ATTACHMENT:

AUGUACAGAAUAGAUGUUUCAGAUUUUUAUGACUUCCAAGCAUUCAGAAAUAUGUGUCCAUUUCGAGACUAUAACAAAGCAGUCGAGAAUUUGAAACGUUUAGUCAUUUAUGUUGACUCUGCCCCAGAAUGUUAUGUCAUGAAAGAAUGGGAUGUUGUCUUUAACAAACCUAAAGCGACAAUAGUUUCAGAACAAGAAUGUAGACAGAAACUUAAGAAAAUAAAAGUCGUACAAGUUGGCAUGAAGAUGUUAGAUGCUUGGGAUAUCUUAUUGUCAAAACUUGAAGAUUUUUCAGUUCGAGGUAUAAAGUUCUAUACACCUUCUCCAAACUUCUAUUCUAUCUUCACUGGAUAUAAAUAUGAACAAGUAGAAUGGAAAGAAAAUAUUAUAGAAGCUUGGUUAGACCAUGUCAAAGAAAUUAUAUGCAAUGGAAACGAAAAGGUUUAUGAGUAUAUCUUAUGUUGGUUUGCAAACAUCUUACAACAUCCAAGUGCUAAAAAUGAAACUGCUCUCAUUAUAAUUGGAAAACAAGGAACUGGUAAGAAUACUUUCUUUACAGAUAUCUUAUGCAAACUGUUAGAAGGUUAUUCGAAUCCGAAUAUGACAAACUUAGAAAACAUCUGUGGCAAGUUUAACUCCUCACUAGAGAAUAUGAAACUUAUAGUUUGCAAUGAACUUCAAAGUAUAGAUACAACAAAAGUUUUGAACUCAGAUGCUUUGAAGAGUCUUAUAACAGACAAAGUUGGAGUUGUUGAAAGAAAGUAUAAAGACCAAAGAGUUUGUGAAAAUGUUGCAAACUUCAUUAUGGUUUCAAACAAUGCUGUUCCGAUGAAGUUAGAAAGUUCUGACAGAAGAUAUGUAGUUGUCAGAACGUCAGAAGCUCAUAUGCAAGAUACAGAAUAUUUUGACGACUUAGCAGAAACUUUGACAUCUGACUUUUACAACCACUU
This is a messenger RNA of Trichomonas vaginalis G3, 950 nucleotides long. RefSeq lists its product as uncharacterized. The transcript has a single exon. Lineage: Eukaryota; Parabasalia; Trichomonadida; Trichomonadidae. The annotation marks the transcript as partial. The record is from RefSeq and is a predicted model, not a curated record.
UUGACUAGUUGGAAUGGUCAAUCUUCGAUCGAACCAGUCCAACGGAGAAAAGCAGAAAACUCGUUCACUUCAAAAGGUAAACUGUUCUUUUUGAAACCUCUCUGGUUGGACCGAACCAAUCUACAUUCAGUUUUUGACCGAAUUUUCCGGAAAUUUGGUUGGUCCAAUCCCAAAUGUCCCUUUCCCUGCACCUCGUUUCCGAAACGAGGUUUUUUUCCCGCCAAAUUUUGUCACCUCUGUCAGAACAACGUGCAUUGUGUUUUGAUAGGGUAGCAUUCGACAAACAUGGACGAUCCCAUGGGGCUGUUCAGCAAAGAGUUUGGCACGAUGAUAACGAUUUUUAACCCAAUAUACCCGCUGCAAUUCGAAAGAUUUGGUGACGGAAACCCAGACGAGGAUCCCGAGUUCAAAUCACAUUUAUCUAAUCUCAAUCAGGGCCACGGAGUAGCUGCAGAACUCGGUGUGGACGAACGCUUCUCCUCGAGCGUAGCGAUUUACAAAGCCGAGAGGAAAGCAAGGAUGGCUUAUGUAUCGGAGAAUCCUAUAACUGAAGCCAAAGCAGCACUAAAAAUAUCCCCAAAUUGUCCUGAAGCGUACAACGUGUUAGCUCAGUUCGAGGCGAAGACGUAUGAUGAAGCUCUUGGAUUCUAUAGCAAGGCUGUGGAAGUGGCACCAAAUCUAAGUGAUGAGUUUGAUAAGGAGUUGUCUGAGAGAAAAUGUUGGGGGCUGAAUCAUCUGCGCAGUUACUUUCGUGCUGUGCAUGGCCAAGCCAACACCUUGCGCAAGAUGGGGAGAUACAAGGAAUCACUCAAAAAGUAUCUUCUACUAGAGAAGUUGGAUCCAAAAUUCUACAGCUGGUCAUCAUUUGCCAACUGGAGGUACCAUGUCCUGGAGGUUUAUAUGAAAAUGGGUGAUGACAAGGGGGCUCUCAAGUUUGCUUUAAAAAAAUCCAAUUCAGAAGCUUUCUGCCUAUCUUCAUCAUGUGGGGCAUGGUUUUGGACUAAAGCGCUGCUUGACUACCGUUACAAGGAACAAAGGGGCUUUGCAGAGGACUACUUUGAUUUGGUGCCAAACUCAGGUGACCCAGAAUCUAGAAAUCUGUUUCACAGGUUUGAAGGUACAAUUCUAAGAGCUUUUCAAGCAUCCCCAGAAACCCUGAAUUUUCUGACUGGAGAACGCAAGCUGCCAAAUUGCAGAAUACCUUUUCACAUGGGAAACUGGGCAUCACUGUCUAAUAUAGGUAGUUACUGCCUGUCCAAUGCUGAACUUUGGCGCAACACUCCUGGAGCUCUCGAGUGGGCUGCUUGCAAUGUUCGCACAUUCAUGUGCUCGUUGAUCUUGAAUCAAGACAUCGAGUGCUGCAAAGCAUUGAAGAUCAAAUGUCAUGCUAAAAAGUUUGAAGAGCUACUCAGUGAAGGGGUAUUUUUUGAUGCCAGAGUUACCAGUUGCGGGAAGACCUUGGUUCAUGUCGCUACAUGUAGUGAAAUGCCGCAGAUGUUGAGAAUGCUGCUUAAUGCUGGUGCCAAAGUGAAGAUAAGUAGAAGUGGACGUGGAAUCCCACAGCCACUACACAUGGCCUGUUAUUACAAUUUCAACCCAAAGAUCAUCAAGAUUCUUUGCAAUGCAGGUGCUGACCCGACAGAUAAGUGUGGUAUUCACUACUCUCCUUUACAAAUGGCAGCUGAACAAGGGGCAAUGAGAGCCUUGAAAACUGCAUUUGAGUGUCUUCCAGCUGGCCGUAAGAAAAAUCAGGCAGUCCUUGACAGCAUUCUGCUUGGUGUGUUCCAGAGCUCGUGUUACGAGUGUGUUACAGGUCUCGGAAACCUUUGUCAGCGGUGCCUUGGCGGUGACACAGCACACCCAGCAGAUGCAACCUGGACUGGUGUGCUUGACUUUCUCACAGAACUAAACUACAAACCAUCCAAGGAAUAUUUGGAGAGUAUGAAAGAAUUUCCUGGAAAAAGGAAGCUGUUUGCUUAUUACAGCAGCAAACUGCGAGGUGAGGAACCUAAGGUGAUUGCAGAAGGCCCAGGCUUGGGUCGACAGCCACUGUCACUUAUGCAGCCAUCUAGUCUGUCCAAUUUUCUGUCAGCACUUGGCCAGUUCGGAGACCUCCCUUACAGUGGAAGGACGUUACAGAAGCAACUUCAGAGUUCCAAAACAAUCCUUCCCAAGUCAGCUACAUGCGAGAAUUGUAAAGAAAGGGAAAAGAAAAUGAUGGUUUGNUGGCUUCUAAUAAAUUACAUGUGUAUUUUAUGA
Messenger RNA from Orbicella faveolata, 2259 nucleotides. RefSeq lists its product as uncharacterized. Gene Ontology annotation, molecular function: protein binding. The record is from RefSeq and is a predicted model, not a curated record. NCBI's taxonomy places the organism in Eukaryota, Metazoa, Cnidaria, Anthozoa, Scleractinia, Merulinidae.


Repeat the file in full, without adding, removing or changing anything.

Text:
AUGUACAGAAUAGAUGUUUCAGAUUUUUAUGACUUCCAAGCAUUCAGAAAUAUGUGUCCAUUUCGAGACUAUAACAAAGCAGUCGAGAAUUUGAAACGUUUAGUCAUUUAUGUUGACUCUGCCCCAGAAUGUUAUGUCAUGAAAGAAUGGGAUGUUGUCUUUAACAAACCUAAAGCGACAAUAGUUUCAGAACAAGAAUGUAGACAGAAACUUAAGAAAAUAAAAGUCGUACAAGUUGGCAUGAAGAUGUUAGAUGCUUGGGAUAUCUUAUUGUCAAAACUUGAAGAUUUUUCAGUUCGAGGUAUAAAGUUCUAUACACCUUCUCCAAACUUCUAUUCUAUCUUCACUGGAUAUAAAUAUGAACAAGUAGAAUGGAAAGAAAAUAUUAUAGAAGCUUGGUUAGACCAUGUCAAAGAAAUUAUAUGCAAUGGAAACGAAAAGGUUUAUGAGUAUAUCUUAUGUUGGUUUGCAAACAUCUUACAACAUCCAAGUGCUAAAAAUGAAACUGCUCUCAUUAUAAUUGGAAAACAAGGAACUGGUAAGAAUACUUUCUUUACAGAUAUCUUAUGCAAACUGUUAGAAGGUUAUUCGAAUCCGAAUAUGACAAACUUAGAAAACAUCUGUGGCAAGUUUAACUCCUCACUAGAGAAUAUGAAACUUAUAGUUUGCAAUGAACUUCAAAGUAUAGAUACAACAAAAGUUUUGAACUCAGAUGCUUUGAAGAGUCUUAUAACAGACAAAGUUGGAGUUGUUGAAAGAAAGUAUAAAGACCAAAGAGUUUGUGAAAAUGUUGCAAACUUCAUUAUGGUUUCAAACAAUGCUGUUCCGAUGAAGUUAGAAAGUUCUGACAGAAGAUAUGUAGUUGUCAGAACGUCAGAAGCUCAUAUGCAAGAUACAGAAUAUUUUGACGACUUAGCAGAAACUUUGACAUCUGACUUUUACAACCACUU
This is a messenger RNA of Trichomonas vaginalis G3, 950 nucleotides long. RefSeq lists its product as uncharacterized. The transcript has a single exon. Lineage: Eukaryota; Parabasalia; Trichomonadida; Trichomonadidae. The annotation marks the transcript as partial. The record is from RefSeq and is a predicted model, not a curated record.
UUGACUAGUUGGAAUGGUCAAUCUUCGAUCGAACCAGUCCAACGGAGAAAAGCAGAAAACUCGUUCACUUCAAAAGGUAAACUGUUCUUUUUGAAACCUCUCUGGUUGGACCGAACCAAUCUACAUUCAGUUUUUGACCGAAUUUUCCGGAAAUUUGGUUGGUCCAAUCCCAAAUGUCCCUUUCCCUGCACCUCGUUUCCGAAACGAGGUUUUUUUCCCGCCAAAUUUUGUCACCUCUGUCAGAACAACGUGCAUUGUGUUUUGAUAGGGUAGCAUUCGACAAACAUGGACGAUCCCAUGGGGCUGUUCAGCAAAGAGUUUGGCACGAUGAUAACGAUUUUUAACCCAAUAUACCCGCUGCAAUUCGAAAGAUUUGGUGACGGAAACCCAGACGAGGAUCCCGAGUUCAAAUCACAUUUAUCUAAUCUCAAUCAGGGCCACGGAGUAGCUGCAGAACUCGGUGUGGACGAACGCUUCUCCUCGAGCGUAGCGAUUUACAAAGCCGAGAGGAAAGCAAGGAUGGCUUAUGUAUCGGAGAAUCCUAUAACUGAAGCCAAAGCAGCACUAAAAAUAUCCCCAAAUUGUCCUGAAGCGUACAACGUGUUAGCUCAGUUCGAGGCGAAGACGUAUGAUGAAGCUCUUGGAUUCUAUAGCAAGGCUGUGGAAGUGGCACCAAAUCUAAGUGAUGAGUUUGAUAAGGAGUUGUCUGAGAGAAAAUGUUGGGGGCUGAAUCAUCUGCGCAGUUACUUUCGUGCUGUGCAUGGCCAAGCCAACACCUUGCGCAAGAUGGGGAGAUACAAGGAAUCACUCAAAAAGUAUCUUCUACUAGAGAAGUUGGAUCCAAAAUUCUACAGCUGGUCAUCAUUUGCCAACUGGAGGUACCAUGUCCUGGAGGUUUAUAUGAAAAUGGGUGAUGACAAGGGGGCUCUCAAGUUUGCUUUAAAAAAAUCCAAUUCAGAAGCUUUCUGCCUAUCUUCAUCAUGUGGGGCAUGGUUUUGGACUAAAGCGCUGCUUGACUACCGUUACAAGGAACAAAGGGGCUUUGCAGAGGACUACUUUGAUUUGGUGCCAAACUCAGGUGACCCAGAAUCUAGAAAUCUGUUUCACAGGUUUGAAGGUACAAUUCUAAGAGCUUUUCAAGCAUCCCCAGAAACCCUGAAUUUUCUGACUGGAGAACGCAAGCUGCCAAAUUGCAGAAUACCUUUUCACAUGGGAAACUGGGCAUCACUGUCUAAUAUAGGUAGUUACUGCCUGUCCAAUGCUGAACUUUGGCGCAACACUCCUGGAGCUCUCGAGUGGGCUGCUUGCAAUGUUCGCACAUUCAUGUGCUCGUUGAUCUUGAAUCAAGACAUCGAGUGCUGCAAAGCAUUGAAGAUCAAAUGUCAUGCUAAAAAGUUUGAAGAGCUACUCAGUGAAGGGGUAUUUUUUGAUGCCAGAGUUACCAGUUGCGGGAAGACCUUGGUUCAUGUCGCUACAUGUAGUGAAAUGCCGCAGAUGUUGAGAAUGCUGCUUAAUGCUGGUGCCAAAGUGAAGAUAAGUAGAAGUGGACGUGGAAUCCCACAGCCACUACACAUGGCCUGUUAUUACAAUUUCAACCCAAAGAUCAUCAAGAUUCUUUGCAAUGCAGGUGCUGACCCGACAGAUAAGUGUGGUAUUCACUACUCUCCUUUACAAAUGGCAGCUGAACAAGGGGCAAUGAGAGCCUUGAAAACUGCAUUUGAGUGUCUUCCAGCUGGCCGUAAGAAAAAUCAGGCAGUCCUUGACAGCAUUCUGCUUGGUGUGUUCCAGAGCUCGUGUUACGAGUGUGUUACAGGUCUCGGAAACCUUUGUCAGCGGUGCCUUGGCGGUGACACAGCACACCCAGCAGAUGCAACCUGGACUGGUGUGCUUGACUUUCUCACAGAACUAAACUACAAACCAUCCAAGGAAUAUUUGGAGAGUAUGAAAGAAUUUCCUGGAAAAAGGAAGCUGUUUGCUUAUUACAGCAGCAAACUGCGAGGUGAGGAACCUAAGGUGAUUGCAGAAGGCCCAGGCUUGGGUCGACAGCCACUGUCACUUAUGCAGCCAUCUAGUCUGUCCAAUUUUCUGUCAGCACUUGGCCAGUUCGGAGACCUCCCUUACAGUGGAAGGACGUUACAGAAGCAACUUCAGAGUUCCAAAACAAUCCUUCCCAAGUCAGCUACAUGCGAGAAUUGUAAAGAAAGGGAAAAGAAAAUGAUGGUUUGNUGGCUUCUAAUAAAUUACAUGUGUAUUUUAUGA
Messenger RNA from Orbicella faveolata, 2259 nucleotides. RefSeq lists its product as uncharacterized. Gene Ontology annotation, molecular function: protein binding. The record is from RefSeq and is a predicted model, not a curated record. NCBI's taxonomy places the organism in Eukaryota, Metazoa, Cnidaria, Anthozoa, Scleractinia, Merulinidae.